Hand hygiene improvement is a critical part of effective infection prevention and control (IPC) and therefore constitutes a priority for patient and health worker’s safety. However, hand hygiene compliance in healthcare settings remains sub-optimal globally (1–3). The World Health Organization (WHO) recommends to implement an effective (4) Multimodal Hand Hygiene Improvement Strategy (MMIS) that includes five elements: i) system change; ii) training and education; iii) monitoring and feedback; iv) reminders in the workplace/communications; v) safety climate/culture change (4).
Systematic reviews have shown an inter-relation between safety culture, IPC processes and healthcare-associated infection (HAI) reduction (5,6). Improving the organizational safety climate has been associated with enhanced hand hygiene compliance (7–10) and improved patient outcomes, including HAI reduction (11,12), in particular vancomycin-resistant enterococci and Staphylococcus aureus (10,13) and central line-associated bloodstream (14,15) infections.
Employing the Hand Hygiene Self-Assessment Framework (HHSAF) (16) to assess the implementation of the WHO MMIS in healthcare facilities worldwide, the Institutional Safety Climate element repetitively scored the lowest (17,18), suggesting that progress in improving safety climate has been slower across and within regions when compared with the four other elements of the MMIS. Therefore, it seems critical to direct attention to safety climate/culture change to ensure further and sustainable hand hygiene improvement. Safety climate, safety culture and organizational culture are often used interchangeably whereas their concepts are distinct. Organizational culture refers to the deeply embedded norms, values, beliefs, and assumptions shared by members within an organization (19). Safety culture considers leadership and health workers attitudes and values related to the perception of risk and safety. Safety climate is a subset of overall organizational climate that refers to employees’ perceptions about the extent to which the organization values safety (for patients, health workers and the environment) (12,19). The Institutional Safety Climate as part of the hand hygiene MMIS refers to the environment and perceptions of patient safety issues in a healthcare facility in which hand hygiene improvement is given high priority and valued at all levels of the organization (20). This includes the perception and belief that resources are provided and available to ensure hand hygiene, particularly at the point of care. In summary, when a health facility’s “quality and safety climate or culture” values hand hygiene and IPC, this results in both patients and health workers feeling protected and cared for. To prioritize clean hands at the point of care at the right times using the right agent and technique, people at all levels, including those using healthcare facilities, should focus on the importance of hand hygiene to save lives and act as key players in achieving and promoting the appropriate behaviors and attitudes towards it.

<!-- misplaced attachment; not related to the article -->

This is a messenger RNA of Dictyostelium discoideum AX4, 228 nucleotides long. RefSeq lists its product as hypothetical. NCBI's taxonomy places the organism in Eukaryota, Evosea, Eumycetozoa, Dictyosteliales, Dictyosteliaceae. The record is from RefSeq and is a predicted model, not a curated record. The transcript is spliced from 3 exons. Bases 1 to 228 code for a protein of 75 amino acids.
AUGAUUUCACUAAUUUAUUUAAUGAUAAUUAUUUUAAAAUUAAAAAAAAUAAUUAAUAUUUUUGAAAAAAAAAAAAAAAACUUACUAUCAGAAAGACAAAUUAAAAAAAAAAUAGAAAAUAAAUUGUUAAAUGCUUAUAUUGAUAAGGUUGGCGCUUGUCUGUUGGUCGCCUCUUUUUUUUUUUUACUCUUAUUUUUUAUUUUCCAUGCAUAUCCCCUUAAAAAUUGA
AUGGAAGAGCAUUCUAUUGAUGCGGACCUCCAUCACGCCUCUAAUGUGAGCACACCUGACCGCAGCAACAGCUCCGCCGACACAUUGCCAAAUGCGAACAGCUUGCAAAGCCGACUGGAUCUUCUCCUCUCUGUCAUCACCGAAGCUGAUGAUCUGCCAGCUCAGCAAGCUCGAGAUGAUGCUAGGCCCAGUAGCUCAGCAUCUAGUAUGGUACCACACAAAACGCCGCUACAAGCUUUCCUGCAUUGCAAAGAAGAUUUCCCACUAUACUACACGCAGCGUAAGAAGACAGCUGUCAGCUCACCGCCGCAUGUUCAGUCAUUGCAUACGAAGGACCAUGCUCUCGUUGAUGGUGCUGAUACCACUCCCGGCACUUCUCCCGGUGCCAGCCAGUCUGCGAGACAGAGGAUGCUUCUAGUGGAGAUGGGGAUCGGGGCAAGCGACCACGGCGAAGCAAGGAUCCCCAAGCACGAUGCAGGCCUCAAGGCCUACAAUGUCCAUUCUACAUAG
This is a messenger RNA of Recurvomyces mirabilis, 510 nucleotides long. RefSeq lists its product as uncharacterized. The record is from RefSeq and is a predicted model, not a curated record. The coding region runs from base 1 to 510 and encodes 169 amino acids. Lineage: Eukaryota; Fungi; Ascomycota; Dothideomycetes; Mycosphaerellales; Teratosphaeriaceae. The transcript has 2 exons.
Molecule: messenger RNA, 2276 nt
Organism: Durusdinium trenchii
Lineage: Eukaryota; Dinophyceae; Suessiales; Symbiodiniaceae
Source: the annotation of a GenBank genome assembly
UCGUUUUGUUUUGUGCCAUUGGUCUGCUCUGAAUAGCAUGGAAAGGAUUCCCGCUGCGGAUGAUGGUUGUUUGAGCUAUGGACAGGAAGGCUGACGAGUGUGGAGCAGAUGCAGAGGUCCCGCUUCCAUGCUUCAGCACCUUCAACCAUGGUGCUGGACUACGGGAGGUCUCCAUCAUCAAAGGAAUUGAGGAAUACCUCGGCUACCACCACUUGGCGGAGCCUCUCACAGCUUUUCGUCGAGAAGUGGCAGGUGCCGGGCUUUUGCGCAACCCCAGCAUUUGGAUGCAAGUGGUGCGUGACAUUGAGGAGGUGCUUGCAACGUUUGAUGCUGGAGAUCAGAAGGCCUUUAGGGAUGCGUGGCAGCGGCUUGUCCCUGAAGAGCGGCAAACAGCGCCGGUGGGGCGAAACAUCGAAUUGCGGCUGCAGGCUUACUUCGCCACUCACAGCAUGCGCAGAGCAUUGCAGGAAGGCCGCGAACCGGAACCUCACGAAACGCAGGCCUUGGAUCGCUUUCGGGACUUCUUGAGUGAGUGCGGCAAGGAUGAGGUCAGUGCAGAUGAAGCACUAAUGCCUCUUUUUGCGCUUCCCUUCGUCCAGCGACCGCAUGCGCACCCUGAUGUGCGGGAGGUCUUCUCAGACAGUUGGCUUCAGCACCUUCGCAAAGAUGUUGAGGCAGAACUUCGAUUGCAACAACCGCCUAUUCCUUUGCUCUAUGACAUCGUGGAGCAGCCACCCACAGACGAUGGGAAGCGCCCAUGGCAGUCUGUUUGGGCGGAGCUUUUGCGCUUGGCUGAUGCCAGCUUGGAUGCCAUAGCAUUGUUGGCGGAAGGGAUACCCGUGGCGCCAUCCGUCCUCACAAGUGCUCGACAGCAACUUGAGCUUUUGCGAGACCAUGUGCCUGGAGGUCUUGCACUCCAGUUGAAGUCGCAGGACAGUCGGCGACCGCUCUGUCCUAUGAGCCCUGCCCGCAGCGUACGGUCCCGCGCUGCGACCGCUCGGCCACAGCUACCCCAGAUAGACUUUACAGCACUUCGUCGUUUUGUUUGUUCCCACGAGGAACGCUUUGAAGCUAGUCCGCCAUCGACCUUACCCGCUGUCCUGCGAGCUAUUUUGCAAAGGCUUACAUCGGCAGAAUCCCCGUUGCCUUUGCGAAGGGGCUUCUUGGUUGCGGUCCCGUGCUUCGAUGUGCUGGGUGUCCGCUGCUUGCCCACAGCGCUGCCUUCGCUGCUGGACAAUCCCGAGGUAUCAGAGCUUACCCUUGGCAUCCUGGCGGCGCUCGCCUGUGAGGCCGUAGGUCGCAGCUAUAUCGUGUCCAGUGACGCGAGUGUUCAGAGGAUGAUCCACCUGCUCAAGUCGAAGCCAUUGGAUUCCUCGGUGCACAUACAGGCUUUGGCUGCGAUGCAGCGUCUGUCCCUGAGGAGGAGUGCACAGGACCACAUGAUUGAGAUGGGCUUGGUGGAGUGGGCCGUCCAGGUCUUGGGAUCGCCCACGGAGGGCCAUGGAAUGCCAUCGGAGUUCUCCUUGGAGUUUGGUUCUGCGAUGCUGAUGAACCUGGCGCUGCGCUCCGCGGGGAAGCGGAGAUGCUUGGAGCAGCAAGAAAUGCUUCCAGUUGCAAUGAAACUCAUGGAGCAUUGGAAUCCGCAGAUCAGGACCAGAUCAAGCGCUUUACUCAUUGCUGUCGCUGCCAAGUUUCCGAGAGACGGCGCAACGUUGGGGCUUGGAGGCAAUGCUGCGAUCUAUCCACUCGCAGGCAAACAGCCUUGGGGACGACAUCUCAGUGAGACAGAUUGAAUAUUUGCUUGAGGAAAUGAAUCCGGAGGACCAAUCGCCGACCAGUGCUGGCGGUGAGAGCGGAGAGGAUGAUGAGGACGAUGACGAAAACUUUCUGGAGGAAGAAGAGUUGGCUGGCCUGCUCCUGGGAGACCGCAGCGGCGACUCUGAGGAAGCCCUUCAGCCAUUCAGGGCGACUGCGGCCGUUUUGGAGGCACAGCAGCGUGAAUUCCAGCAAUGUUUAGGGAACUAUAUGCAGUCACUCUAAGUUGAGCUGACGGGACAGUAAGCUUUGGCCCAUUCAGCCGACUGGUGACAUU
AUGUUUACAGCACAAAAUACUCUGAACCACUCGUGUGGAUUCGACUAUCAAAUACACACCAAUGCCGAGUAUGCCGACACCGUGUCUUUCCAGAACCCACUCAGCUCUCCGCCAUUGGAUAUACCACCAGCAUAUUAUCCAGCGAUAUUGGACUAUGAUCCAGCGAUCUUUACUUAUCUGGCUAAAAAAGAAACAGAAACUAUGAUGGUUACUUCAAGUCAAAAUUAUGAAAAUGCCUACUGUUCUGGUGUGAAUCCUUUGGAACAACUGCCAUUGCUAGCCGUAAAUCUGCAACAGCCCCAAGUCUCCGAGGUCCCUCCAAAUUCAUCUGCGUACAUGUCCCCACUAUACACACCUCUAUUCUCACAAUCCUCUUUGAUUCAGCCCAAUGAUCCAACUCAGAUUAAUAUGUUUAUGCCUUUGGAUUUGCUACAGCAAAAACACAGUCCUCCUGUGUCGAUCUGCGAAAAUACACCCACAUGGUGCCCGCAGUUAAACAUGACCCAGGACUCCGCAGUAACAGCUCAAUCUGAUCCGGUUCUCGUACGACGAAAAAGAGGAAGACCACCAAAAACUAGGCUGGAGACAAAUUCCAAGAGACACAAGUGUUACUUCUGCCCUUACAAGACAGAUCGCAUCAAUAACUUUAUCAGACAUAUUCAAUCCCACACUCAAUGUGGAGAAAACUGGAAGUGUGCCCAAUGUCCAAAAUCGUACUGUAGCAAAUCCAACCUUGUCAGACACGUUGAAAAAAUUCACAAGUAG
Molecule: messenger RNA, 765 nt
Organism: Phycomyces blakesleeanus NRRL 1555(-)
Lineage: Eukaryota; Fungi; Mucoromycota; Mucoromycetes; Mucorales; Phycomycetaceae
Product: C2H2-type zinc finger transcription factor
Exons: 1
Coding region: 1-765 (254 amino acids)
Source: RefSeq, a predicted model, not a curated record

In light of the importance of this element and given the limited progress made in the last 20 years, the World Hand Hygiene Day, 5 May 2022, promotes institutional safety climate/culture change as a priority for hand hygiene improvement by adopting the slogan “Unite for safety – clean your hands” (Fig. 1). To achieve unity for safety, WHO calls all key stakeholders to participate actively (Table 1).
Healthcare facilities can use the HHSAF (16) to track the level of progress with hand hygiene implementation, including safety climate and culture change, evaluating improvement over time. This tool also helps to develop an action plan to ensure long-term sustainability. Factors ultimately required to create and support an environment that raises awareness about patient safety and quality of care while ensuring that hand hygiene best practices are prioritized at all levels include: i) a team dedicated to the promotion and implementation of hand hygiene in the facility; ii) leadership commitment and active participation, ii) promotional activities; iii) champions and role models; iv) engagement of patients and patient organizations; v) institutional targets, accountability and reporting. Additionally, self-efficacy and individual accountability should be supported in the organization as well as nurturing of role models and champions at every level.
We call on the international community to get involved in the World Hand Hygiene Day 2022 (https://www.who.int/campaigns/world-hand-hygiene-day/2022) and work together to accelerate progress across health services. Reaffirm your commitment, unite, talk and work together on hand hygiene for future progress, sustainability and ultimately improved quality and safer care: “Unite for safety – Clean your hands!”